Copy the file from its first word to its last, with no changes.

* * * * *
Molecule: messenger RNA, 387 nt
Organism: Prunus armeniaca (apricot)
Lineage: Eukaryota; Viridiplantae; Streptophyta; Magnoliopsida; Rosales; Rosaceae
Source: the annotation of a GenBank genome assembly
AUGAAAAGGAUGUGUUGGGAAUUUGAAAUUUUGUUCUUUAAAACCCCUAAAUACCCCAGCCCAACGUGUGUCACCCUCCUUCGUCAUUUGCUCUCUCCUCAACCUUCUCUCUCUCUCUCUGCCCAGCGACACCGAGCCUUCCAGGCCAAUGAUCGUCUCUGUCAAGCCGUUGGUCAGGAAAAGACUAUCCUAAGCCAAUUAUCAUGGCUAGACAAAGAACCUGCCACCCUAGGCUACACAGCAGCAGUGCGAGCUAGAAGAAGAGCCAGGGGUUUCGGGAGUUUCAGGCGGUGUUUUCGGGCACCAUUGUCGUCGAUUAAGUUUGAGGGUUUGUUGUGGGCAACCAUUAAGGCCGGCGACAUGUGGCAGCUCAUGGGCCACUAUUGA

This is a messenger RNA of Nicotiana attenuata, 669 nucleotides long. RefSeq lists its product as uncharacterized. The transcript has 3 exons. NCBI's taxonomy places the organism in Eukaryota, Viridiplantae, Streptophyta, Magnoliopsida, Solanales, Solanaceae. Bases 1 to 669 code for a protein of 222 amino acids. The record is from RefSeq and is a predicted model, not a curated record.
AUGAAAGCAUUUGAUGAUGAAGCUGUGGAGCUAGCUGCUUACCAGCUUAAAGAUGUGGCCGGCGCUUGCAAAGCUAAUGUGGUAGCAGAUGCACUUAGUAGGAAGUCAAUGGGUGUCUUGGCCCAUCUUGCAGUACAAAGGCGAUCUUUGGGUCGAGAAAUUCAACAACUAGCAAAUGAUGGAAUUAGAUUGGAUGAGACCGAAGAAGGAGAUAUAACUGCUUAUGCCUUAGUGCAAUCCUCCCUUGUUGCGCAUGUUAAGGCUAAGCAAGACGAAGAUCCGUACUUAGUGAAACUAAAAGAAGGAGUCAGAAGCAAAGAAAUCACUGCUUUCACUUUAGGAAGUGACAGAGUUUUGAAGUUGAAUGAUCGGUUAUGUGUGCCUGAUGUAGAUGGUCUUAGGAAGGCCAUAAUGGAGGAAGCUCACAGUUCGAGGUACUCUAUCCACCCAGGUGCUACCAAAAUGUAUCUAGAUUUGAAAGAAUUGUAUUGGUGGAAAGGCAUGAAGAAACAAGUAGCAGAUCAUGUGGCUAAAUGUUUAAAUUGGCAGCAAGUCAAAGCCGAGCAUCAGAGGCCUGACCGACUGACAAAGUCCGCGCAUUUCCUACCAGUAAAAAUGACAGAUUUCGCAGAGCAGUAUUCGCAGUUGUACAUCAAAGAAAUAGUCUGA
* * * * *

Molecule: messenger RNA, 387 nt
Organism: Prunus armeniaca (apricot)
Lineage: Eukaryota; Viridiplantae; Streptophyta; Magnoliopsida; Rosales; Rosaceae
Source: the annotation of a GenBank genome assembly
AUGAAAAGGAUGUGUUGGGAAUUUGAAAUUUUGUUCUUUAAAACCCCUAAAUACCCCAGCCCAACGUGUGUCACCCUCCUUCGUCAUUUGCUCUCUCCUCAACCUUCUCUCUCUCUCUCUGCCCAGCGACACCGAGCCUUCCAGGCCAAUGAUCGUCUCUGUCAAGCCGUUGGUCAGGAAAAGACUAUCCUAAGCCAAUUAUCAUGGCUAGACAAAGAACCUGCCACCCUAGGCUACACAGCAGCAGUGCGAGCUAGAAGAAGAGCCAGGGGUUUCGGGAGUUUCAGGCGGUGUUUUCGGGCACCAUUGUCGUCGAUUAAGUUUGAGGGUUUGUUGUGGGCAACCAUUAAGGCCGGCGACAUGUGGCAGCUCAUGGGCCACUAUUGA

This is a messenger RNA of Nicotiana attenuata, 669 nucleotides long. RefSeq lists its product as uncharacterized. The transcript has 3 exons. NCBI's taxonomy places the organism in Eukaryota, Viridiplantae, Streptophyta, Magnoliopsida, Solanales, Solanaceae. Bases 1 to 669 code for a protein of 222 amino acids. The record is from RefSeq and is a predicted model, not a curated record.
AUGAAAGCAUUUGAUGAUGAAGCUGUGGAGCUAGCUGCUUACCAGCUUAAAGAUGUGGCCGGCGCUUGCAAAGCUAAUGUGGUAGCAGAUGCACUUAGUAGGAAGUCAAUGGGUGUCUUGGCCCAUCUUGCAGUACAAAGGCGAUCUUUGGGUCGAGAAAUUCAACAACUAGCAAAUGAUGGAAUUAGAUUGGAUGAGACCGAAGAAGGAGAUAUAACUGCUUAUGCCUUAGUGCAAUCCUCCCUUGUUGCGCAUGUUAAGGCUAAGCAAGACGAAGAUCCGUACUUAGUGAAACUAAAAGAAGGAGUCAGAAGCAAAGAAAUCACUGCUUUCACUUUAGGAAGUGACAGAGUUUUGAAGUUGAAUGAUCGGUUAUGUGUGCCUGAUGUAGAUGGUCUUAGGAAGGCCAUAAUGGAGGAAGCUCACAGUUCGAGGUACUCUAUCCACCCAGGUGCUACCAAAAUGUAUCUAGAUUUGAAAGAAUUGUAUUGGUGGAAAGGCAUGAAGAAACAAGUAGCAGAUCAUGUGGCUAAAUGUUUAAAUUGGCAGCAAGUCAAAGCCGAGCAUCAGAGGCCUGACCGACUGACAAAGUCCGCGCAUUUCCUACCAGUAAAAAUGACAGAUUUCGCAGAGCAGUAUUCGCAGUUGUACAUCAAAGAAAUAGUCUGA